The Handmaid’s Tale
By Margaret Atwood
Narrated by: Claire Danes
Margaret Atwood (Author)
For a short time in 2017-18, “The Handmaid’s Tale” mesmerized TV viewers. A 4th and final season is planned by Hulu in 2020. An interesting speculation in “The Handmaid’s Tale” is–what would happen if misogyny grew rather than diminished in society? Margaret Atwood suggests misogyny will create a dystopian future.
Atwood’s view of misogyny’s existence in the world is fulsome and complex. She implies misogyny is perpetuated and reinforced by both sexes. Both women and men ally themselves in repression of sexual equality.
Margaret Atwood creates a story about a conspiracy of women to repress equality by exclusively relegating women to propagation and covert management of humanity. Males are correctly accused and guilty of denying women’s equal rights, but Atwood illustrates both sexes are complicit in suppression and enforcement of sexual inequality.
Many men and women hide behind the veil of religion and secular authority to exploit unequal treatment of the sexes.
Atwood’s story implies men may rule the world but only under the influence and guidance of women. Males are sperm providers. Males possess rights to rule the world, but they delude themselves in thinking they are in control. The relationship between the sexes makes women not only the vessel of creation but the covert controller of society. Only the female form can create human life. In most western religions, only women were given knowledge of good and evil in the garden of Eden.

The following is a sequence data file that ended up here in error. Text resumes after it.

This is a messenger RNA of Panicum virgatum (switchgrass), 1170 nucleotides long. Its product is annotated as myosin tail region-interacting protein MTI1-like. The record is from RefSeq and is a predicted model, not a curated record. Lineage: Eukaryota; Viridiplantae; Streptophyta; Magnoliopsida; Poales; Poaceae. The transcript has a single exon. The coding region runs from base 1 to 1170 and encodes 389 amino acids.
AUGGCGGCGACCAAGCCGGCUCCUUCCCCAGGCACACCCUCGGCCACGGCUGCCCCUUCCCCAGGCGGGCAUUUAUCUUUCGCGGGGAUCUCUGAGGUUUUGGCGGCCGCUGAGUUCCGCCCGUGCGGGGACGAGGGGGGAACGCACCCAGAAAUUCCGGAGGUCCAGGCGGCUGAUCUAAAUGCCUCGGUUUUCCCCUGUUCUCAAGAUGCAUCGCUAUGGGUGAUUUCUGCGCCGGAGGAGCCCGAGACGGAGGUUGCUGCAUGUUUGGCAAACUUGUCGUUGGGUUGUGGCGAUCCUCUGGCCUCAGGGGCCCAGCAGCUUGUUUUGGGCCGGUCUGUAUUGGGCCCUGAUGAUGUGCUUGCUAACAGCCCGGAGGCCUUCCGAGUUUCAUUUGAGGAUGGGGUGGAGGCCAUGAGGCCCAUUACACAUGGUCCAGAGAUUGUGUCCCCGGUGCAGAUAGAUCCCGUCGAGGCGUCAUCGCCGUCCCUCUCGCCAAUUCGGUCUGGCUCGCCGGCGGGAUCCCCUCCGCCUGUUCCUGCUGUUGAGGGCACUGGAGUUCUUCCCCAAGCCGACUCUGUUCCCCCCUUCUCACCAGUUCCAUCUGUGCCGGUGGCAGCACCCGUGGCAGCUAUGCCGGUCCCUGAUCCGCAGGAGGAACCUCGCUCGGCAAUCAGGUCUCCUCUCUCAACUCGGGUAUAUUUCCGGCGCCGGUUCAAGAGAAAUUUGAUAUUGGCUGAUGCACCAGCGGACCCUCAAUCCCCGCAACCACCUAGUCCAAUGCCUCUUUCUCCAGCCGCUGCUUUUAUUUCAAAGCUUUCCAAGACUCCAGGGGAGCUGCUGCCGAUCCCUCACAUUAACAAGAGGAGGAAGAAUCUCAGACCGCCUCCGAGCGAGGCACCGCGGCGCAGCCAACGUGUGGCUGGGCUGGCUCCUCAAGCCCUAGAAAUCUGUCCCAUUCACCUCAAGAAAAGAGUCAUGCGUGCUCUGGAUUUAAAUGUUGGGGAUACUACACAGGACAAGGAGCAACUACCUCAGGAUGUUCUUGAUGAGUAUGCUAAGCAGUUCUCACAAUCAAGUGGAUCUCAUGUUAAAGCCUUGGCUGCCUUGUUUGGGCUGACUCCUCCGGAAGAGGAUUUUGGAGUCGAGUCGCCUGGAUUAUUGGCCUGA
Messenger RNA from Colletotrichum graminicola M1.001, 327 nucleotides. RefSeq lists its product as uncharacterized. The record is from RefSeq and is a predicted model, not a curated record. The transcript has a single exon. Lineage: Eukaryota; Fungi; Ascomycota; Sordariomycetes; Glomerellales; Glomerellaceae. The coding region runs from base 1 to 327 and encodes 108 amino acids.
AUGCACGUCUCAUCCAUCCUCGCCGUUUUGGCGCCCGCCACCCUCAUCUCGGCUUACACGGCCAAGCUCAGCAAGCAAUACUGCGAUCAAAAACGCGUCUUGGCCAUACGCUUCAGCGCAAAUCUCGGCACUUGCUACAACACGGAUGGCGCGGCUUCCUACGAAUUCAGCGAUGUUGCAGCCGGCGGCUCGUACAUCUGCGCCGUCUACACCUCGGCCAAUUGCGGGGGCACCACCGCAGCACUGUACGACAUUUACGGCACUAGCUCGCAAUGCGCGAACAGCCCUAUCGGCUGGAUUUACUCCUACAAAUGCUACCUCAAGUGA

Love is not necessary and is a negative force in Atwood’s dystopian vision of the future.
Atwood’s dystopian world suggests management of sexual inequality is perpetuated by women. Atwood’s story infers God created humanity for man with women as knowledge bearers who reproduce and manage life through nature’s thicket of good and evil. “The Handmaid’s Tale” exposes the weakness of men and the strength of women.
Atwood implies men’s weakness is in their ignorance, desire for intimacy, failure to control nature, and a wish to see themselves as more than sperm bearers. The strength of women is in their knowledge of good and evil and how to use it to have some level of control over nature.
Neither sex can control nature, but knowledge gives women a sharper edge for splitting the difference between good and evil. What Atwood implies is that women’s superior knowledge of good and evil may lead to her described dystopian world.
The best antidote for a future unlike that shown in “The Handmaid’s Tale” is the Socratic importance of “knowing thyself”. All human beings are created equal. “Knowing thyself” is the beginning of wisdom. Neither men or women are superior beings.